Figure 3.12. Life cycle of O. bayeri .

Figure 3.12Life cycle of O. bayeri

Horizontal transmission occurs when infected hosts die and spores are released from the cadaver to the environment. Environmental spores can survive outside the host for several weeks to months (e.g., the entire winter) and can survive the temporary disappearance of their hosts. Infected females can transmit the parasite to their parthenogenetic sons and daughters through vertical (transovarial) transmission. Vertical transmission also occurs in the sexual cycle through the resting eggs. Finally, ephippia may serve as a vehicle for parasite dormancy and dispersal, with a new cycle of vertical and/or horizontal transmission starting after hatching. Red thick arrows, transmission of parasite; black broken arrows, growth of hosts; thin black arrow, interaction between two hosts (Vizoso et al. 2005). Drawing by Dita B. Vizoso.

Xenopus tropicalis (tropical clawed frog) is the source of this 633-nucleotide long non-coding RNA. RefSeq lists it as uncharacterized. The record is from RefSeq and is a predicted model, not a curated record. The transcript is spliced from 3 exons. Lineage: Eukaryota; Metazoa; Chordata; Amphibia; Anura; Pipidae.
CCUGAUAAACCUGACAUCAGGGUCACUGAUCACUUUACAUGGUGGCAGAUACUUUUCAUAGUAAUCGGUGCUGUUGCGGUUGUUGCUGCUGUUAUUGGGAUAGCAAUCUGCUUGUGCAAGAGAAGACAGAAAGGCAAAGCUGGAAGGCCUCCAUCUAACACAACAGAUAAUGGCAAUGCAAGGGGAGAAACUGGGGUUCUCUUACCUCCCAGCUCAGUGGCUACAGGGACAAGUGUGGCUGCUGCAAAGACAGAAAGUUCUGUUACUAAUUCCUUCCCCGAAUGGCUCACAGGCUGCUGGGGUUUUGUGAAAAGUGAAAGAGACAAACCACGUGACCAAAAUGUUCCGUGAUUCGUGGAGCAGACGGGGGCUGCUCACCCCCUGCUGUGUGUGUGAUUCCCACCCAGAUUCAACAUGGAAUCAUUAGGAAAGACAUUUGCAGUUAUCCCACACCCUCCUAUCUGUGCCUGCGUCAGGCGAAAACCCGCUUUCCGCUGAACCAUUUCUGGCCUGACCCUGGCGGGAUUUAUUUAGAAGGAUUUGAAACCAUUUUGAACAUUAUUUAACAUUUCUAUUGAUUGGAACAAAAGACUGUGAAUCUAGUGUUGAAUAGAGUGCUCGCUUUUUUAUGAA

From: Chapter 3, Some Parasites of Daphnia

Cover of Ecology, Epidemiology, and Evolution of Parasitism in Daphnia
Ecology, Epidemiology, and Evolution of Parasitism in Daphnia [Internet].
Ebert D.
Copyright © 2005, Dieter Ebert.

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